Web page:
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Sustaining Biodiversity and Ecosystem Functions

Economic Issues Clement A. Tisdell, Professor Emeritus, School of Economics, The University of Queensland, Australia
This innovative book identifies socio-economic processes which transform the stock of genetic resources and ecosystems and discusses sustainability issues raised by variations in this stock. It focuses subsequently on the socio-economics of the conservation and change in the stock of human developed germplasm and ecosystems. Particular attention is given to crops, livestock, GMOs, reduced economic value due to biological erosion, alternative agroecosystems, and property rights in germplasm. The book concludes with an exploration of the economic topics dealing with changes in the stock of wild germplasm and natural ecosystems, and discusses the associated valuation problems.
Extent: 432 pp
Hardback Price: $154.00 Web: $138.60
Publication Date: 2015
ISBN: 978 1 78254 439 5
Availability: In Stock
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  • Economics and Finance
  • Environmental Economics
  • Environment
  • Environmental Economics
  • Management Natural Resources
The stock of the world’s biological diversity and the state of its ecosystems are major determinants of the availability of commodities, both essential and desirable, for human life. This leading-edge study provides an overarching and balanced approach to the economics of biological conservation; considering man made and natural components, and their interdependence.

Recognising the deficiencies of many contemporary studies, which focus almost entirely on natural capital, Clement Tisdell utilizes the concept of heritage biological capital, including germplasm, as part of his analysis of changes in the stock of biological capital. This comprehensive synthesis casts doubt upon some propositions and policies for resource conservation recommended by eminent ecologists in areas such as GM crops and livestock husbandry as well as agroecosystems and the concept of sustainable agricultural intensification. The propositions presented are lent strength by the author’s decision to relate his analysis to pertinent contemporary institutional developments and scientific advances.

The broad scope and rational scepticism with which this book has been compiled make it an ideal read for economists interested in ecological and environmental economics, natural scientists with an interest in biodiversity conservation and higher level policy makers in ecological and environmental fields.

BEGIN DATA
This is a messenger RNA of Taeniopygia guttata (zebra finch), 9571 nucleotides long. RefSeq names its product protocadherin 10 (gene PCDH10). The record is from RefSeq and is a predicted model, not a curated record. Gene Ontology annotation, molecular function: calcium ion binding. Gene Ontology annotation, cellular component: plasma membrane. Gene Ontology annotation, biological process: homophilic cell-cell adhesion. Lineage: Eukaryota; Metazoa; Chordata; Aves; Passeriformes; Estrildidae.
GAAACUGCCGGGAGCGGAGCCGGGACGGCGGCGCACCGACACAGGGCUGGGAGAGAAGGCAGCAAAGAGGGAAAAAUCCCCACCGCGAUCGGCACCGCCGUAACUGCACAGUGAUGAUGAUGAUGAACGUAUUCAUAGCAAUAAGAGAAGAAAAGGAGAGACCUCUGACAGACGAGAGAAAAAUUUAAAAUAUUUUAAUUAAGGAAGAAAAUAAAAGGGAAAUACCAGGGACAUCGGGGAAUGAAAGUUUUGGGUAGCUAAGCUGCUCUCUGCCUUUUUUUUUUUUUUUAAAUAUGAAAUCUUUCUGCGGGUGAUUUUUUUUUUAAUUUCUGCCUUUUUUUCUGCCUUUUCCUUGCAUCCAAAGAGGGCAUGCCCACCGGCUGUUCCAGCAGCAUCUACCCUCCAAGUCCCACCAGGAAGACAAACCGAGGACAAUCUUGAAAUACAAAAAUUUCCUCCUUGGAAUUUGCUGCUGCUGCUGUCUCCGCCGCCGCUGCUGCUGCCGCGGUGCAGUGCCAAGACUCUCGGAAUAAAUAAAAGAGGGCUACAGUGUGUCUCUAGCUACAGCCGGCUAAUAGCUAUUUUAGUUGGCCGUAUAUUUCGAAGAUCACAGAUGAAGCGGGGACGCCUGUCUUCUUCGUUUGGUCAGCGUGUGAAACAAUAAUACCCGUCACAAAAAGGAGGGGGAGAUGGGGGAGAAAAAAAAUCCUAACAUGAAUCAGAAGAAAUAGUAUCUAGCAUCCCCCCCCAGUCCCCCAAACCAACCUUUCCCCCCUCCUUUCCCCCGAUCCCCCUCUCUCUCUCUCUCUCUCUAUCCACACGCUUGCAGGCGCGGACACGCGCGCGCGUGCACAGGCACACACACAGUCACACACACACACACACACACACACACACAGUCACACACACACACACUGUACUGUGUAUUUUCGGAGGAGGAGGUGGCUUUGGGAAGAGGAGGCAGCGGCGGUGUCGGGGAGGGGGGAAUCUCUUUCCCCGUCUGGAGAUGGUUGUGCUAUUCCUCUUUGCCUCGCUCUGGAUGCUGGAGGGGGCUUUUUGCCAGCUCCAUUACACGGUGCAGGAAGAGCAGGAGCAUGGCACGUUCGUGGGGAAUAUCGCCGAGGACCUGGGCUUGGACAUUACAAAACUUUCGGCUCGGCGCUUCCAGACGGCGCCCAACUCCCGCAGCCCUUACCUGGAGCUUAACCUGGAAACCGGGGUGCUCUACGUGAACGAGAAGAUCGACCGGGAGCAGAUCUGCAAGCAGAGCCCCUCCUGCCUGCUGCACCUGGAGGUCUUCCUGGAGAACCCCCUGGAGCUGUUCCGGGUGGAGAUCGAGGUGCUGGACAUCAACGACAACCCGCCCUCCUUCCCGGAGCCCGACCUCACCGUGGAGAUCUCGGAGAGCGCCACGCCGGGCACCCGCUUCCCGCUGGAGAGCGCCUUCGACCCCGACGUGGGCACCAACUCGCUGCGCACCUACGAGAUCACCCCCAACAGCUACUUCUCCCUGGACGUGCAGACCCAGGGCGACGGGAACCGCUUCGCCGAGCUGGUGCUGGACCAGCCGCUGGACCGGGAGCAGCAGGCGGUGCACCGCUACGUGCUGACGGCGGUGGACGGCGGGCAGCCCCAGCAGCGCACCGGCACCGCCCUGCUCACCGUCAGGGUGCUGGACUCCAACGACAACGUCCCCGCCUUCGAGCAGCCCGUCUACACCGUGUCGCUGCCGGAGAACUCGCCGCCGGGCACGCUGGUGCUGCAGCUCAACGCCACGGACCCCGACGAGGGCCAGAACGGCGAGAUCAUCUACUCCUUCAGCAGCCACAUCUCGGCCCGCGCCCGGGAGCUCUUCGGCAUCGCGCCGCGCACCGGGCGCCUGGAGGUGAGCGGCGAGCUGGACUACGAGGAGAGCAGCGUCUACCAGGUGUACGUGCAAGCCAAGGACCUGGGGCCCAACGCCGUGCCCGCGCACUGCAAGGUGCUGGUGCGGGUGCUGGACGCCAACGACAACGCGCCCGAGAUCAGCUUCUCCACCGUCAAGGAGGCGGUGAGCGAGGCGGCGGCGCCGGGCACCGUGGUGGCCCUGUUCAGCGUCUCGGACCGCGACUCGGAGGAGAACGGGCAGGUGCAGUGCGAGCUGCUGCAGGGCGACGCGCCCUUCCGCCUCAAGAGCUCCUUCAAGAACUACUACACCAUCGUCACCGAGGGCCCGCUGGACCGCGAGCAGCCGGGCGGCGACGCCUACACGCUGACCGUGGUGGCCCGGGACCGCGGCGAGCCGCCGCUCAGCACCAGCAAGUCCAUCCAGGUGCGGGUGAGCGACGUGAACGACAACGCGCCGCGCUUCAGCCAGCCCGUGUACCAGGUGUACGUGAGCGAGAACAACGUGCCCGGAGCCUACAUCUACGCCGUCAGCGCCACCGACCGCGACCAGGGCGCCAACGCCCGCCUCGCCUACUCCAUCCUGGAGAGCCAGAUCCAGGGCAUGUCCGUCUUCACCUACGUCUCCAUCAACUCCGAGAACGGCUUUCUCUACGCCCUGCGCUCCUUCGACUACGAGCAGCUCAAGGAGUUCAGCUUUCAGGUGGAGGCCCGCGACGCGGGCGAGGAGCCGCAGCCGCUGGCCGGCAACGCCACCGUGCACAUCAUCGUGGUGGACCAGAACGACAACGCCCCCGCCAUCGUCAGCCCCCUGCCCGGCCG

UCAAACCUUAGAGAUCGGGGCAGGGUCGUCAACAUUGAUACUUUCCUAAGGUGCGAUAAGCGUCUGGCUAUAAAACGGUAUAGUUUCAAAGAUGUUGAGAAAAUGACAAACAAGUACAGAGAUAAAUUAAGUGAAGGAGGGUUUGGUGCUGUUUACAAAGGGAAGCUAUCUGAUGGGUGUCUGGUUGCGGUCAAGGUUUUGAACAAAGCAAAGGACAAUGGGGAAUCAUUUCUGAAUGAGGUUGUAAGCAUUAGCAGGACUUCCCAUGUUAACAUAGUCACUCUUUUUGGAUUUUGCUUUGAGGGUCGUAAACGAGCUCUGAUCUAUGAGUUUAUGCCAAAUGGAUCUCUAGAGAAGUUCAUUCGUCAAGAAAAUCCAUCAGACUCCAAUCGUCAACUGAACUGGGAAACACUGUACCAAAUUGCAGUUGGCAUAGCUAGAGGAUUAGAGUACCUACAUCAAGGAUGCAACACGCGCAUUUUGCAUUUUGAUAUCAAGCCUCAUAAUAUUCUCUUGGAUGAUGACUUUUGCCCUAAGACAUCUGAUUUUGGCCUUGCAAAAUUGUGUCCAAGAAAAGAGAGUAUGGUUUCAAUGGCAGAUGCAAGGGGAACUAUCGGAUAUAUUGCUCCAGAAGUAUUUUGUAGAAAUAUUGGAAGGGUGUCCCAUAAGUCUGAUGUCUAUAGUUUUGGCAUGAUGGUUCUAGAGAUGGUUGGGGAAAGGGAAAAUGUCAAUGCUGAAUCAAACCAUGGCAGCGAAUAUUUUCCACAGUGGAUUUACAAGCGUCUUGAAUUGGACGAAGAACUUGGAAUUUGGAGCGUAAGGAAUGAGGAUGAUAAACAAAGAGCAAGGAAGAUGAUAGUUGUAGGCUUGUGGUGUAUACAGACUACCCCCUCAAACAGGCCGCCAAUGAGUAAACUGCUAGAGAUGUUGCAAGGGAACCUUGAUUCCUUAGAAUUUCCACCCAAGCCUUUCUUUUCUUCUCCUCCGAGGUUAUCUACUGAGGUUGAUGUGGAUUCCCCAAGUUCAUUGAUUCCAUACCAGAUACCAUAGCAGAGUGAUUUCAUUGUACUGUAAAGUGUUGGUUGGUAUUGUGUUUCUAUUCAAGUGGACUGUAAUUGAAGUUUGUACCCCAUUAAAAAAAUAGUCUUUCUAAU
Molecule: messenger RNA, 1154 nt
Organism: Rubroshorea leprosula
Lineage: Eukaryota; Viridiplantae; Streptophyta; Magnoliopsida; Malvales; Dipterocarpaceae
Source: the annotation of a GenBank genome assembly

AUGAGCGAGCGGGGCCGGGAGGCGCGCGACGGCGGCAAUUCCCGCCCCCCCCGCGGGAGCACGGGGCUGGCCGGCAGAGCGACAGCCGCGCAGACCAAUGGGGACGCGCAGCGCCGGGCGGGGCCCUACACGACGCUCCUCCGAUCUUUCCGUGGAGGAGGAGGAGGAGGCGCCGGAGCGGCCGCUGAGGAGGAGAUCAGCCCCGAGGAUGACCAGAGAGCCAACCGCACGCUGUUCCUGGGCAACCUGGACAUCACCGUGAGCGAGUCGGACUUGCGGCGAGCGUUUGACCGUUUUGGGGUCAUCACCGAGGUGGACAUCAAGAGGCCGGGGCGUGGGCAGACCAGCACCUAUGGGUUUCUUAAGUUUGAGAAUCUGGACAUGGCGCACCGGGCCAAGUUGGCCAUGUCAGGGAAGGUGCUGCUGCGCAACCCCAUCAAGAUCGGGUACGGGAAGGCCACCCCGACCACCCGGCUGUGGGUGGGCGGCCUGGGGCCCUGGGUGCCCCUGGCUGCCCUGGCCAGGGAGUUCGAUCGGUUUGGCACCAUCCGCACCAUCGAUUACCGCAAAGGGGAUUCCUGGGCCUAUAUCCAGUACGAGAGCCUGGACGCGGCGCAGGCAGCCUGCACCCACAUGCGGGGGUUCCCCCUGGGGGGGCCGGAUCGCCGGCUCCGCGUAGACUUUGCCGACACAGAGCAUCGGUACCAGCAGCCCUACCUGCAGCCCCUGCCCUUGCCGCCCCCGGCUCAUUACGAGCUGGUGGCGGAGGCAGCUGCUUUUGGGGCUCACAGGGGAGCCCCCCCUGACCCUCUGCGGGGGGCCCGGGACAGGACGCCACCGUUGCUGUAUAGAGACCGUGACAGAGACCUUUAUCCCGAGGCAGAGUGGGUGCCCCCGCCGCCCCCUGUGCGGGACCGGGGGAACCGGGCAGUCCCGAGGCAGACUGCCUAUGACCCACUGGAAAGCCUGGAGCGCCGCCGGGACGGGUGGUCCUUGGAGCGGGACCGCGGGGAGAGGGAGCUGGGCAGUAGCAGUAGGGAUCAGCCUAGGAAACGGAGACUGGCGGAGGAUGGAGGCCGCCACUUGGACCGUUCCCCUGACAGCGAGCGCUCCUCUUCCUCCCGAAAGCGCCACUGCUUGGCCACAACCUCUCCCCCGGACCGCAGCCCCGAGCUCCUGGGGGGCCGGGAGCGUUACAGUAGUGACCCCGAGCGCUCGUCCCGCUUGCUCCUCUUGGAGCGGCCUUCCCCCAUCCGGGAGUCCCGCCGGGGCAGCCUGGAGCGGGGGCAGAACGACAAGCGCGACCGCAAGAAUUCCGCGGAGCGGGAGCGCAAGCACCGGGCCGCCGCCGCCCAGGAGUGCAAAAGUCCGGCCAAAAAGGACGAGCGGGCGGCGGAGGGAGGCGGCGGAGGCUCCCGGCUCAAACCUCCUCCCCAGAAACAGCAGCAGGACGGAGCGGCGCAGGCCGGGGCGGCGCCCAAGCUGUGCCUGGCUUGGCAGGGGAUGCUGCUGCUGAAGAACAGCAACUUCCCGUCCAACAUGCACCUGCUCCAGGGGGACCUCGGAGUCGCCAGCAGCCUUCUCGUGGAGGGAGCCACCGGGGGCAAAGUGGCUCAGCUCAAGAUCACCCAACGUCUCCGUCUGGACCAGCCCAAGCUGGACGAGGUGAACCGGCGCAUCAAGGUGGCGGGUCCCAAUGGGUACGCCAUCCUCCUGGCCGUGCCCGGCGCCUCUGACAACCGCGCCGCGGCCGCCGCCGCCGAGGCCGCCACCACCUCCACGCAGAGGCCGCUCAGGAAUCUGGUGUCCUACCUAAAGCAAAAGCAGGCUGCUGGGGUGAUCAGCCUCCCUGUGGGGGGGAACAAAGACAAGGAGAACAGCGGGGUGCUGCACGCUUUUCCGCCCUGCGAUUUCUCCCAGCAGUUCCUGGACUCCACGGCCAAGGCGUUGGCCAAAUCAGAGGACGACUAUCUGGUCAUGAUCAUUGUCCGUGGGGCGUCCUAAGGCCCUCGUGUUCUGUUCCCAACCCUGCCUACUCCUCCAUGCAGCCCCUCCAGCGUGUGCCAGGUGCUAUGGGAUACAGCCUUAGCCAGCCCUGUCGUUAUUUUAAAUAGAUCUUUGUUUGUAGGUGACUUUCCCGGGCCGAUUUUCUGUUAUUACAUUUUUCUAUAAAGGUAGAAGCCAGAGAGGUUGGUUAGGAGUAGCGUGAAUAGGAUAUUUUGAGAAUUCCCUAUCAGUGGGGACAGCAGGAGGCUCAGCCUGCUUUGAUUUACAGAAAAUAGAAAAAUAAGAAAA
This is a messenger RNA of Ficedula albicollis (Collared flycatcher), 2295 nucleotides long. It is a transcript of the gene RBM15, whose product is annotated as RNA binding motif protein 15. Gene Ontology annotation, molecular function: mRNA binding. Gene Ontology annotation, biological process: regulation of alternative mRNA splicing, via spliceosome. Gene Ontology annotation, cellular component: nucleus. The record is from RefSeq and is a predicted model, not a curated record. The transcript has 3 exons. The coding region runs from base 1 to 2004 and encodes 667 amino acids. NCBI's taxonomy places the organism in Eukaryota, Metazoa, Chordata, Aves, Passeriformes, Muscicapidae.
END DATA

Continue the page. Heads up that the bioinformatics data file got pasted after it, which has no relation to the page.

‘A unique and comprehensive book on the value of biodiversity and genetic resources and on the economics of ecosystem services. It is really Tisdells’ legacy to future generations studying natural resource economics and management.'
– Guido Van Huylenbroeck, Ghent University, Belgium

‘With Sustaining Biodiversity and Ecosystem Functions Clem Tisdell has given us a framework to critically explore one of the overarching issues of our time—the unprecedented scale of the destruction of the biological systems upon which we ultimately depend. This book should become the definitive text for the economics of biodiversity and ecosystems.’
– John Gowdy, Rensselaer Polytechnic Institute, US

‘Ultimately, the book centres on explaining contemporary environmental economics, not theorizing ways to escape from current challenges, making it a highly informative, if not hopeful text.’
– Science and Public Policy
Contents: PART I BIOLOGICAL CONSERVATION: BASIC ECONOMIC ISSUES 1. An Introduction to the Economic Issues Involved in Sustaining Biodiversity and Ecosystem Function 2. Classifying the Stock of Genetic Resources and Ecosystems: Their Economic Nature and Patterns of Biodiversity Change 3. Socio-Economic Processes Transforming the Genetic Stock and Altering Ecosystems 4. Sustainable Development and Changes in the Genetic Stock and in Ecosystems PART II HUMAN DEVELOPED BIOLOGICAL CAPITAL: GERMPLASM AND ECOSYSTEMS 5. Crops and the Socio-Economics of Biodiversity Loss and Change 6. Livestock and the Socio-Economics of Biodiversity Loss 7. Advances in Genetic Engineering and Changes in Biodiversity and Ecosystems: Economic and Ecological Considerations 8. Human Developed and Modified Ecosystems: Their Economic Value 9. Declining Effectiveness of Techniques Designed to Control Pests and Diseases: Economics, Evolution and Human Choices 10. Property Rights in Human-Developed Genetic Material: An Economic Assessment PART III NATURAL BIOLOGICAL CAPITAL: WILD GENETIC RESOURCES AND NATURAL ECOSYSTEMS 11. The Conservation and Loss of Wild Biodiversity and Natural Ecosystems: Basic Economic Issues 12. Allocating Land Use to Minimize the Opportunity Cost of Conserving Wild Species in Their Natural Habitats 13. Property Rights in Non-Captive Wildlife and Biodiversity Conservation 14. Economic Incentives to Conserve Wildlife on Private Lands: Analysis, Policy and Examples 15. Biodiversity Conservation, Loss of Natural Capital and Interest Rates: The Relationships are Irregular 16. Valuing and Sustaining Natural Ecosystem Services: Assumptions, Estimates and Public Policies 7. Economics and Spatial Aspects of Ecosystem Use: Land Sharing Versus Land Sparing – Wildlife Conservation and Forestry Index